Good Lord: Psychology Today Publishes Article Titled: “Why Are Black Women Less Physically Attractive Than Other Women?”
They have yanked the article, but they’re running a criticism of it that links the full original text — which is stunning in its cluelessness:
There are marked race differences in physical attractiveness among women, but not among men. Why?
Add Health measures the physical attractiveness of its respondents both objectively and subjectively. At the end of each interview, the interviewer rates the physical attractiveness of the respondent objectively on the following five-point scale: 1 = very unattractive, 2 = unattractive, 3 = about average, 4 = attractive, 5 = very attractive. The physical attractiveness of each Add Health respondent is measured three times by three different interviewers over seven years.
Many pretty little charts and graphs are presented, and then we get this:
It is very interesting to note that, even though black women are objectively less physically attractive than other women, black women (and men) subjectively consider themselves to be far more physically attractive than others.
It gets even more amazing:
What accounts for the markedly lower average level of physical attractiveness among black women? Black women are on average much heavier than nonblack women. The mean body-mass index (BMI) at Wave III is 28.5 among black women and 26.1 among nonblack women. (Black and nonblack men do not differ in BMI: 27.0 vs. 26.9.) However, this is not the reason black women are less physically attractive than nonblack women. Black women have lower average level of physical attractiveness net of BMI. Nor can the race difference in intelligence (and the positive association between intelligence and physical attractiveness) account for the race difference in physical attractiveness among women. Black women are still less physically attractive than nonblack women net of BMI and intelligence. Net of intelligence, black men are significantly more physically attractive than nonblack men.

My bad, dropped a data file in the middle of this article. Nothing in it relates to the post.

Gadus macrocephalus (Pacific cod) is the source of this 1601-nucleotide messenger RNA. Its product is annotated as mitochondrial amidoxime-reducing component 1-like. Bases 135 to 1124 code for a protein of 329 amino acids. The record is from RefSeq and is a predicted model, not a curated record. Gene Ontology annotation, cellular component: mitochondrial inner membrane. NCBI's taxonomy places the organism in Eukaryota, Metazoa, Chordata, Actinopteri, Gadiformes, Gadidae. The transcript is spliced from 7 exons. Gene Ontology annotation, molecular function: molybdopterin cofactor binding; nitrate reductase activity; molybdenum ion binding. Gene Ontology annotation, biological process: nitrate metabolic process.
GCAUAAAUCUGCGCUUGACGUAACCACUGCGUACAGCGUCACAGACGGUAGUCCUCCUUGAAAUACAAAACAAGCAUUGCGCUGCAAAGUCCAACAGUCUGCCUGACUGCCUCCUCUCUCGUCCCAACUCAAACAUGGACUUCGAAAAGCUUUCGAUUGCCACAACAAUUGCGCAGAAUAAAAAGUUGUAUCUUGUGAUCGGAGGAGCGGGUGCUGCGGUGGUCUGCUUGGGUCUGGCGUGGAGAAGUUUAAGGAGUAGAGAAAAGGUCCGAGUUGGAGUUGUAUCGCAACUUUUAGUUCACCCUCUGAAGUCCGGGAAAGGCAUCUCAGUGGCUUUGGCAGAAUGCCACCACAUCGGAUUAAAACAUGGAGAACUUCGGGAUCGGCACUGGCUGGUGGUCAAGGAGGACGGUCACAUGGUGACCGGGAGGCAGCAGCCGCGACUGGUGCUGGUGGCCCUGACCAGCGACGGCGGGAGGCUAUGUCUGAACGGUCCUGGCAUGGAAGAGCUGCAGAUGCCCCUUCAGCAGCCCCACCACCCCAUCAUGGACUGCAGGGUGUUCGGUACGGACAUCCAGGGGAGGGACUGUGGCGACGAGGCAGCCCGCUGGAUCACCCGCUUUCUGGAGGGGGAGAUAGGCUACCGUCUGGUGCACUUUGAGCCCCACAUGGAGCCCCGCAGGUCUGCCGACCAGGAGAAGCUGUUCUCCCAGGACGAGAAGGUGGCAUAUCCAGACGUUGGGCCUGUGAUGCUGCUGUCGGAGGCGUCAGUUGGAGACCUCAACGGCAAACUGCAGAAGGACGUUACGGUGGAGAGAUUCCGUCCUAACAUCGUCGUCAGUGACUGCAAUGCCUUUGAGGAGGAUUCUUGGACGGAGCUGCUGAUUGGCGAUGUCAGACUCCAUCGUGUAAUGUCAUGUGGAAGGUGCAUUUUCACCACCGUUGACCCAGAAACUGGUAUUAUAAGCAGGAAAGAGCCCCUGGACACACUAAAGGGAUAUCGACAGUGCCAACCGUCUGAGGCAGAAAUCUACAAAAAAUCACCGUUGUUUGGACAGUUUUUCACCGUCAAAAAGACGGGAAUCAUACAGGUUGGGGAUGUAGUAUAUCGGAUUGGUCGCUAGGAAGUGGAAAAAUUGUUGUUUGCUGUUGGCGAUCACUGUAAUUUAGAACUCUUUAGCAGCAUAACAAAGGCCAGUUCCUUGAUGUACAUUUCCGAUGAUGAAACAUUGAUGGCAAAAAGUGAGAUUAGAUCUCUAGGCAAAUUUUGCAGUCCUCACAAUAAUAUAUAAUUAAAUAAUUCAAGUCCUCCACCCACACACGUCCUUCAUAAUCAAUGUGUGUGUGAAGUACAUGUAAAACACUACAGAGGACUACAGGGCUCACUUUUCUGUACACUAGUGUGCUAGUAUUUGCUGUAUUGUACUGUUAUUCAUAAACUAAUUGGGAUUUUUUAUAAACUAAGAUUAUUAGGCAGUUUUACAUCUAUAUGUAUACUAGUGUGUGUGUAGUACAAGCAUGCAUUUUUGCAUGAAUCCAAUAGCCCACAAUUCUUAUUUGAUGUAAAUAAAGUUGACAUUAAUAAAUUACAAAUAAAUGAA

Are you starting to get the idea why they pulled it?
Click the link above for the criticism — but, in short, the problem is the word “objectively.” As if physical attractiveness is something “objective.”
It’s a real head-scratcher how this ever saw the light of day. As the critic says, the issue isn’t the data gathered in the study, it’s the interpretation of the data (together with some other rather stunning and unevidenced assumptions). The objection is not really that the article is racist, but that it’s just spectacularly wrongheaded in how it undertakes its analysis — to the point where, when you read the conclusions, you have to rub your eyes to wonder if you are really reading what you’re reading.
Thanks to Nathan Wurtzel on Twitter.